1. In this writ petition under Articles 226 and 227 of the Constitution of India, the petitioner has challenged the notice issued by the ITO dated 30th January, 1970, copy of which is annex. D with the writ petition, on various grounds. It has been averred in the petition that for the accounting year relevant to the assessment year 1961-62, a return was filed by the petitioner under Section 139 of the I.T. Act, 1961 (hereinafter referred to as 'the Act'), and the assessment proceedings were completed after due investigation. The impugned notice has now been issued which, according to the petitioner, is without jurisdiction.
2. The learned counsel for the petitioner contended that in law if the assessment has been completed on the basis of the facts mentioned in the return and the same was accepted after investigation, then subsequently it is not open to the ITO to initiate proceedings under Section 147(a) of the Act as, according to the learned counsel, the assessee having disclosed the material facts and the said facts having been found to be correct after due investigation, cannot be held to be guilty of having omitted to disclose fully and truly the material facts necessary for the assessment for that year. This legal question has been examined by us in C. W. P. No. 3671 of 1971--Kirpa Ram Ramji Dass v. ITO decided on November 20, 1979--and we have repelled this contention.
3. For the reasons recorded in C.W.P. No. 3671, we are unable to agree with the learned counsel so far as this contention is concerned.
4. The only other contention raised is that there was no relevant material before the ITO on the basis of which he could have reason to believe that the income in question has escaped assessment within the purview of Section 147(a) of the Act. There is no merit in this contention as well, as we find that in para. 13 of the return (affidavit) it has been specifically averred as follows :
' 13. ......
In the instant case, however, the facts are wholly different. Thegenuineness of the loan of M/s. Tola Singh Sohan Singh was never doubtedby the Income-tax Officer who proceeded on the assumption that theapparent state of affairs as represented by the assessee were the correctstate of affairs. Later on, long after the finalisation of the assessment,this particular creditor made a statement before the then Income-taxOfficer, District II(iv), Amritsar, that he had been carrying on hawala business and that his loans to the various parties including the petitionerswere not genuine. The Income-tax Officer sent this information to theIncome-tax Officer, District II(ii), Amritsar, who, accordingly, after satisfying himself as to the facts, initiated action under Section 147(a) of theIncome-tax Act.'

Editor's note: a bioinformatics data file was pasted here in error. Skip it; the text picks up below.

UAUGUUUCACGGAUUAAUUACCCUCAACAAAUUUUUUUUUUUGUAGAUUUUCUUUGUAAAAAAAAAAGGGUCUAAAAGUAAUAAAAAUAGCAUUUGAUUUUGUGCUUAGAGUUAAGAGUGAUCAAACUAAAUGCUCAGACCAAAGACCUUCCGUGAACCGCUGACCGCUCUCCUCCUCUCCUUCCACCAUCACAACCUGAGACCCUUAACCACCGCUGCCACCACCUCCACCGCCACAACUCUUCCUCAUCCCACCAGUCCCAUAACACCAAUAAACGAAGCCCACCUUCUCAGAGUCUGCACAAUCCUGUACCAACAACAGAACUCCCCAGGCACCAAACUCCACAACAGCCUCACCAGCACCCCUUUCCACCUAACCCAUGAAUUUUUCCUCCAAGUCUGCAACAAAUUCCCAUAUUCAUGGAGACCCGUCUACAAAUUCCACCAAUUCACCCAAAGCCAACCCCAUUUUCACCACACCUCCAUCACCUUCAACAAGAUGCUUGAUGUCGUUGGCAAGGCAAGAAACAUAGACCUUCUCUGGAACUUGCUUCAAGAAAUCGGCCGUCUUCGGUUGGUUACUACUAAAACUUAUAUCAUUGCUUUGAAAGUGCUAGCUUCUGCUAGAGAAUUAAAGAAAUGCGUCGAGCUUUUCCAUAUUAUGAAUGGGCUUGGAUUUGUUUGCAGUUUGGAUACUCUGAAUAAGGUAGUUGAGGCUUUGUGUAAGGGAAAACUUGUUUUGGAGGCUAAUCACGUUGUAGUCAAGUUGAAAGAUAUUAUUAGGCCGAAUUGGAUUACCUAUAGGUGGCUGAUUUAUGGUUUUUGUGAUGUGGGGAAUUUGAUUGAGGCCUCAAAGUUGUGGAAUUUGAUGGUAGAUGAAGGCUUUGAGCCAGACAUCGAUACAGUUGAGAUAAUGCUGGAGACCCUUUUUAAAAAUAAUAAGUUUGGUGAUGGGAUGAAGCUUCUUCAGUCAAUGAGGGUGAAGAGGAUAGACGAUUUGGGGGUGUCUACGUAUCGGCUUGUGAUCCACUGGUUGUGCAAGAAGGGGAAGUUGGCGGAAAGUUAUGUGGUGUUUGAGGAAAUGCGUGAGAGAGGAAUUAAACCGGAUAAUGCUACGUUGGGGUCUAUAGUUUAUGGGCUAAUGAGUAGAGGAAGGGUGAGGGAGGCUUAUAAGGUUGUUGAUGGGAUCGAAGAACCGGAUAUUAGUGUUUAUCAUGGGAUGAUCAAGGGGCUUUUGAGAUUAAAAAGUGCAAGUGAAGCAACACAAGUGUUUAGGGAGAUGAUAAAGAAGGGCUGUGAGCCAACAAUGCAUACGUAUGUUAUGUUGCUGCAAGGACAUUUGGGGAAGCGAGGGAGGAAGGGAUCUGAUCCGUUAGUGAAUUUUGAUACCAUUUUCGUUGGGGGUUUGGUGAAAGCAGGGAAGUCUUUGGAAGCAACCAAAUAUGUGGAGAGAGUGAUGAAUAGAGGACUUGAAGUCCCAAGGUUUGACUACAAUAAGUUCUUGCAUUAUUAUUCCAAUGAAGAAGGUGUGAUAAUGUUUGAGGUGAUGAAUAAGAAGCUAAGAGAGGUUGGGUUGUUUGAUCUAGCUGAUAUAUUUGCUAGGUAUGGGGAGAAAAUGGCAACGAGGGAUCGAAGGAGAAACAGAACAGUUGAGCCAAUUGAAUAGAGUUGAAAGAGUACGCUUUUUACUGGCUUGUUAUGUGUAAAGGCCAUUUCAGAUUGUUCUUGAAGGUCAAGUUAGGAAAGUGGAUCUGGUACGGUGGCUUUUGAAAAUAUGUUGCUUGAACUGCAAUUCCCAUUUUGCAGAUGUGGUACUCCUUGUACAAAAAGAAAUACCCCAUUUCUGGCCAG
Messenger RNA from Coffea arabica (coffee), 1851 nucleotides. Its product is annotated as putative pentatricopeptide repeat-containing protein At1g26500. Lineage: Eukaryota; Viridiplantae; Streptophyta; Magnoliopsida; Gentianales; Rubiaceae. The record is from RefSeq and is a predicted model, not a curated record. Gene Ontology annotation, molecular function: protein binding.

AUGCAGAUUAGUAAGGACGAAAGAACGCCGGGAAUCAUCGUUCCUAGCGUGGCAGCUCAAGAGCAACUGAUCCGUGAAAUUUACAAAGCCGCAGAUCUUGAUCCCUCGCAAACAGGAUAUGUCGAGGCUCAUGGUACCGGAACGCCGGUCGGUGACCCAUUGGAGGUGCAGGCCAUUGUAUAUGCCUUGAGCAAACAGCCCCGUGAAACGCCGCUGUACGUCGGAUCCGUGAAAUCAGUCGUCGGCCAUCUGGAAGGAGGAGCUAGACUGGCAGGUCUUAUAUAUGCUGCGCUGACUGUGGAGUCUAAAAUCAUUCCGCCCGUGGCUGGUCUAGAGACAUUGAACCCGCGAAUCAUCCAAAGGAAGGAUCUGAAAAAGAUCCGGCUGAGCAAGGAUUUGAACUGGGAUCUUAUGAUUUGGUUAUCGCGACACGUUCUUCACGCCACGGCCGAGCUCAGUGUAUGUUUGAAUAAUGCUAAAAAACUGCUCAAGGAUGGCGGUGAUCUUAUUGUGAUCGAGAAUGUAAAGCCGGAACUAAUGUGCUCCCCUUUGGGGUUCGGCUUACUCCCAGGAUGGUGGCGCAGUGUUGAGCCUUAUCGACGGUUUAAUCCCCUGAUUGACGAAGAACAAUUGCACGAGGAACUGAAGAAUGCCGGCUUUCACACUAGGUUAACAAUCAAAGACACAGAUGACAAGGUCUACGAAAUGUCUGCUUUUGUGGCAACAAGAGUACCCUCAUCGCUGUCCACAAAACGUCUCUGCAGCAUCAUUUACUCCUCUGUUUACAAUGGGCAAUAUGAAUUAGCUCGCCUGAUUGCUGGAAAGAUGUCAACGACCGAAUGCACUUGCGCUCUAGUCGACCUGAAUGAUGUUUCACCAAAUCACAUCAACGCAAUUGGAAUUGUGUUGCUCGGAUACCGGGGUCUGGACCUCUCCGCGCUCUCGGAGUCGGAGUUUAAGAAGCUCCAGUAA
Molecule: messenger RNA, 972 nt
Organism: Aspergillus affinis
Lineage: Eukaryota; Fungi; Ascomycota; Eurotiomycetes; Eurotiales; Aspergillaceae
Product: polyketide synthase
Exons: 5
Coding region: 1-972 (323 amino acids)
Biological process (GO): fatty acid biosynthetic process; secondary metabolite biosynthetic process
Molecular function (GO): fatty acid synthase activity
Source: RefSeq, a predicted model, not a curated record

5. A reading of the above averments clearly goes to show that the name of the petitioner finds mention in the statement of Inder Singh that the transactions entered into by M/s. Tola Singh Sohan Singh were bogus transactions and in fact no loan was advanced. It is, therefore, idle to contend that the ITO had no relevant material on the basis of which he could have reason to believe that the income in question has escaped assessment. This contention is, therefore, without any merit.
No other point has been pressed before us.
6. For the reasons recorded above, there is no merit in this writ petition and the same is hereby dismissed with no order as to costs. The ITO may now proceed with the reassessment in accordance with law.
7. The learned counsel for the petitioner has made, an oral prayer for the grant of a certificate for leave to appeal to the Supreme Court. No case is made out for the grant of the requisite certificate. Leave is declined.